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The Magpie in the Mirror

October 10, 2008 1 comment

 

The Magpie in the Mirror

Magpies are very common where I live, and despite their somewhat bad reputation – familiarity breeds contempt, after all – I find them quite interesting. They seem like rather intelligent birds and they’re also one of the very few wild bird species (juvenile ravens, keas, and woodpeckers being the others) I’ve seen engage in play. I’ve seen juvenile magpies play with objects and even tease and chase young hares.

 

It turns out that they are one of the very few species that is self-aware and can recognize itself in the mirror. Here’s a video from youtube.com about that:

 

 

Great apes, elephants, and dolphins are the other non-human species that seem to be able to recognize themselves in a mirror.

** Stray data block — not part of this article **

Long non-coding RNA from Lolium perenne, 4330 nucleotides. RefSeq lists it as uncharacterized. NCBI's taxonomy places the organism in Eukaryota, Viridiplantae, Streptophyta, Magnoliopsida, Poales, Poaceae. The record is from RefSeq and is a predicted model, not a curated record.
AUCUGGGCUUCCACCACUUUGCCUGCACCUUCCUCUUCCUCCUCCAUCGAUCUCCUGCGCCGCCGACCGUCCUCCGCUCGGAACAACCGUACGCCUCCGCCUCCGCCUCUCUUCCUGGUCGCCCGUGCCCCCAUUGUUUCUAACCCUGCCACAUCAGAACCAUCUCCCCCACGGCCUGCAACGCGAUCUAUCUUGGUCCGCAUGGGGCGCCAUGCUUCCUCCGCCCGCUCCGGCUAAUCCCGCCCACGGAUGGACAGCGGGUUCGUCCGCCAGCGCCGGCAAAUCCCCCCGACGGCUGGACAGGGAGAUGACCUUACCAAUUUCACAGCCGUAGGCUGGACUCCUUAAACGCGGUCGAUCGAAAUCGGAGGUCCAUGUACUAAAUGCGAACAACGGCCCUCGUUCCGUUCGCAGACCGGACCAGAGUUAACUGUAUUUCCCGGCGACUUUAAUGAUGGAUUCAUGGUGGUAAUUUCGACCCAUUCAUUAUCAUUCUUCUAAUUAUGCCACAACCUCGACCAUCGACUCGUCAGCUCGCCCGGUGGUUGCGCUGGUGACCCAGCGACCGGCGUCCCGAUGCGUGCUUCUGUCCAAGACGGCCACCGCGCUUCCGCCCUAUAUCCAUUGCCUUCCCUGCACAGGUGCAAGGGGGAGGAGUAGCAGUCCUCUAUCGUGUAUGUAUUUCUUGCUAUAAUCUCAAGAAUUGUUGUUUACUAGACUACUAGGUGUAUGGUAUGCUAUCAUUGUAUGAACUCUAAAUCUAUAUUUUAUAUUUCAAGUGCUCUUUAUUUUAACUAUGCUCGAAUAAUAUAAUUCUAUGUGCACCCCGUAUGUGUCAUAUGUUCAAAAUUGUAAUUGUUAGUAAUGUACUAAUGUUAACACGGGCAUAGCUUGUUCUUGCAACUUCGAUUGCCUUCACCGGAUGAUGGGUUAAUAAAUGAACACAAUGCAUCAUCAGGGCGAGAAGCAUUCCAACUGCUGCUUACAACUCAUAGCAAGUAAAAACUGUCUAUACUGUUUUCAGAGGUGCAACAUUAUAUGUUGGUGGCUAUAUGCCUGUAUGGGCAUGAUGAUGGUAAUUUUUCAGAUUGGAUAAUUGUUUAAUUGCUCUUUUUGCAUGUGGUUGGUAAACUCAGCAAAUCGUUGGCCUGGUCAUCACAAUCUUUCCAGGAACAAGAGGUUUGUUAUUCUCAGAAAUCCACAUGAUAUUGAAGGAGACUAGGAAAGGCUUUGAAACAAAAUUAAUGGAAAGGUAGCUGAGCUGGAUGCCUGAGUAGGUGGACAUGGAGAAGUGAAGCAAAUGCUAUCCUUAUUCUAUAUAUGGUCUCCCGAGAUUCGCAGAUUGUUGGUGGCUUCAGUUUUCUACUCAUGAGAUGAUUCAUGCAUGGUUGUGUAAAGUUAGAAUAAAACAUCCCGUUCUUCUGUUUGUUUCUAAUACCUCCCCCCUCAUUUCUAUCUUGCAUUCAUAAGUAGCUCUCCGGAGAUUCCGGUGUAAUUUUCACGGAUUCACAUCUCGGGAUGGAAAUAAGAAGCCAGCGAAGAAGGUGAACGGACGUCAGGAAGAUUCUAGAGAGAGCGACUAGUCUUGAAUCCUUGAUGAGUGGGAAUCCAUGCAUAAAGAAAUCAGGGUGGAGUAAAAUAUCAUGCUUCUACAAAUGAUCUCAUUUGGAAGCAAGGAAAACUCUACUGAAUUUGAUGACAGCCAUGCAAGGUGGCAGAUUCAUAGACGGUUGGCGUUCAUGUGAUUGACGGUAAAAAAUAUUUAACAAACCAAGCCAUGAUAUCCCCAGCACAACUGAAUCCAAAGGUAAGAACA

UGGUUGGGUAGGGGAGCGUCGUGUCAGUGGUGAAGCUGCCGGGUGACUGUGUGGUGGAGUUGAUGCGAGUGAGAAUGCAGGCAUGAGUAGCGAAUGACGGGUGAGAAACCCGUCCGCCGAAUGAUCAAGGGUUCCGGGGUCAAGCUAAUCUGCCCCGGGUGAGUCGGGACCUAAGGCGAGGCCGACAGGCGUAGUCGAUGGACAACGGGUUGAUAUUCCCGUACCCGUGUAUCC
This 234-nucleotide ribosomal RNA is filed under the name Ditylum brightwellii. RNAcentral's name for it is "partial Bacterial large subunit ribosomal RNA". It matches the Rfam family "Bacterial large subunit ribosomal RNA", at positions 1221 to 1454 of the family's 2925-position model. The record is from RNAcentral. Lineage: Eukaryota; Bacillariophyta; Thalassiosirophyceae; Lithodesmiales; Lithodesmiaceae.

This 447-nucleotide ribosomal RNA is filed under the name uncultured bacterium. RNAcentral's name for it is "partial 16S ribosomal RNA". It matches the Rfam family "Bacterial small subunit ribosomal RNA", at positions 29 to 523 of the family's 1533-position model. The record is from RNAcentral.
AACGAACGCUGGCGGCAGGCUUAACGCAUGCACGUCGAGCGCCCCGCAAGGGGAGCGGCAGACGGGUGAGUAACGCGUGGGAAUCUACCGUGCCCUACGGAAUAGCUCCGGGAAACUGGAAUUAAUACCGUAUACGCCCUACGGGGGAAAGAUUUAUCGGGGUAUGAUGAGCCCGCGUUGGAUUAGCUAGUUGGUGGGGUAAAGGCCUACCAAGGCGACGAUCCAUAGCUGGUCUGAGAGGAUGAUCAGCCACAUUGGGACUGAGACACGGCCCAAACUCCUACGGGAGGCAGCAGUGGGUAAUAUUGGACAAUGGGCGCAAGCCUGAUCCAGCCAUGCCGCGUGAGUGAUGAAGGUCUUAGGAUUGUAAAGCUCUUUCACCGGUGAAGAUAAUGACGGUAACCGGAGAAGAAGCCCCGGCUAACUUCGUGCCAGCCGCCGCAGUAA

The video above notes that the magpie’s self-awareness may be the result of its large brain. Among birds, corvids (crows, jays, magpies and relatives) have the largest brains relative to their size. Cockatoos (Cacatuidae) come next, followed by parrots (Psittacidae). Owls (Strigidae) also have huge brains for their body size, but most of that excess braininess is in the area that controls visual input. Quails, partridges, and pheasants have the smallest brains relative to their body size.

 

The text of the scientific paper reporting on their mirror self-recognition is online right here:

 

http://biology.plosjournals.org/perlserv/?request=get-document&doi=10.1371/journal.pbio.0060202

 

Here’s a comment on it by Franz de Waal:

 

http://biology.plosjournals.org/perlserv/?request=get-document&doi=10.1371/journal.pbio.0060201

Categories: Corvids, Miscellaneous Tags: ,
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